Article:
Why Seven Rooms in "The Masque of the Red Death"?
One interpretation is that the seven rooms represent Shakespeare's "Seven Ages of Man" from As You Like It: (bolding is from me).
"All the world's a stage, / And all the men and women merely players: / They have their exits and their entrances; / And one man in his time plays many parts, / His acts being seven ages. At first the infant, / Mewling and puking in the nurse's arms. / And then the whining school-boy, with his satchel / And shining morning face, creeping like snail / Unwillingly to school. And then the lover, / Sighing like furnace, with a woeful ballad / Made to his mistress' eyebrow. Then a soldier, / Full of strange oaths and bearded like the pard, / Jealous in honour, sudden and quick in quarrel, / Seeking the bubble reputation / Even in the cannon's mouth. And then the justice, / In fair round belly with good capon lined, / With eyes severe and beard of formal cut, / Full of wise saws and modern instances; / And so he plays his part. The sixth age shifts / Into the lean and slipper'd pantaloon, / With spectacles on nose and pouch on side, / His youthful hose, well saved, a world too wide / For his shrunk shank; and his big manly voice, / Turning again toward childish treble, pipes / And whistles in his sound. Last scene of all, / That ends this strange eventful history, / Is second childishness and mere oblivion, / Sans teeth, sans eyes, sans taste, sans everything." (II, vii, 139-66).
Many consider "The Masque of the Red Death" an allegory. The seven rooms, therefore, represent the life of all humans. It differs in respect to Shakespeare's monologue insomuch that death (symbolized by the sounding of the ebony clock) oft intervenes in the six rooms preceding death. The physical arrangement of the seven rooms also lends itself to this allegorical interpretation:
(1) the first room lies furthest East, or where the sun rises;
(2) the last room lies furthest West, or where the sun sets;
(3) the rooms are arranged in such a manner "that vision embraced but little more than one at a time" in the same way life only provides short glimpse into the future.
In 1963, a sixteen-year-old San Diego high school student named Bruce McAllister sent a four-question mimeographed survey to 150 well-known authors of literary, commercial, and science fiction. Did they consciously plant symbols in their work? he asked. Who noticed symbols appearing from their subconscious, and who saw them arrive in their text, unbidden, created in the minds of their readers? When this happened, did the authors mind?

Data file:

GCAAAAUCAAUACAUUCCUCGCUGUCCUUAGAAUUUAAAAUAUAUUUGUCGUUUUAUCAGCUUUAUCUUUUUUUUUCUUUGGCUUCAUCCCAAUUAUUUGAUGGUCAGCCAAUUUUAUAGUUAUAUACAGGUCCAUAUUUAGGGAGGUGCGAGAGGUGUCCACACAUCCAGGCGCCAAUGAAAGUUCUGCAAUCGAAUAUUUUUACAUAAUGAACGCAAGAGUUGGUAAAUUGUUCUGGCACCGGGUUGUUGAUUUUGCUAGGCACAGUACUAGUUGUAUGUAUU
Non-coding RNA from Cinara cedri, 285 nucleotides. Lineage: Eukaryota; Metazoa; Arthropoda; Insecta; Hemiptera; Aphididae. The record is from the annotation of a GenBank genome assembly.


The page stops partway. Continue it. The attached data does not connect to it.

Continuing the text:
McAllister had just published his first story, “The Faces Outside,” in both IF magazine and Simon and Schuster’s 1964 roundup of the best science fiction of the year. Confident, if not downright cocky, he thought the surveys could settle a conflict with his English teacher by proving that symbols weren’t lying beneath the texts they read like buried treasure awaiting discovery.
His project involved substantial labor—this before the Internet, before e-mail—but was not impossible: many authors and their representatives were listed in the Twentieth-Century American Literature series found in the local library. More impressive is that seventy-five writers replied—most of them, in earnest. Sixty-five of those responses survive (McAllister lost ten to “a kleptomaniacal friend”). Answers ranged from the secretarial blow off to a thick packet of single-spaced typescript in reply.
The pages here feature a number of the surveys in facsimile: Jack Kerouac, Ayn Rand, Ralph Ellison, Ray Bradbury, John Updike, Saul Bellow, Norman Mailer. Each responder offers a unique take on the issue itself—symbolism in literature—as well as on handling a sixteen-year-old aspirant approaching writers as masters of their craft.
Even if he approached them en masse, with a form letter.
And failed to follow up with a thank-you note.
Kerouac p. 1
Kerouac p. 2
John Updike p. 1
Updike p. 2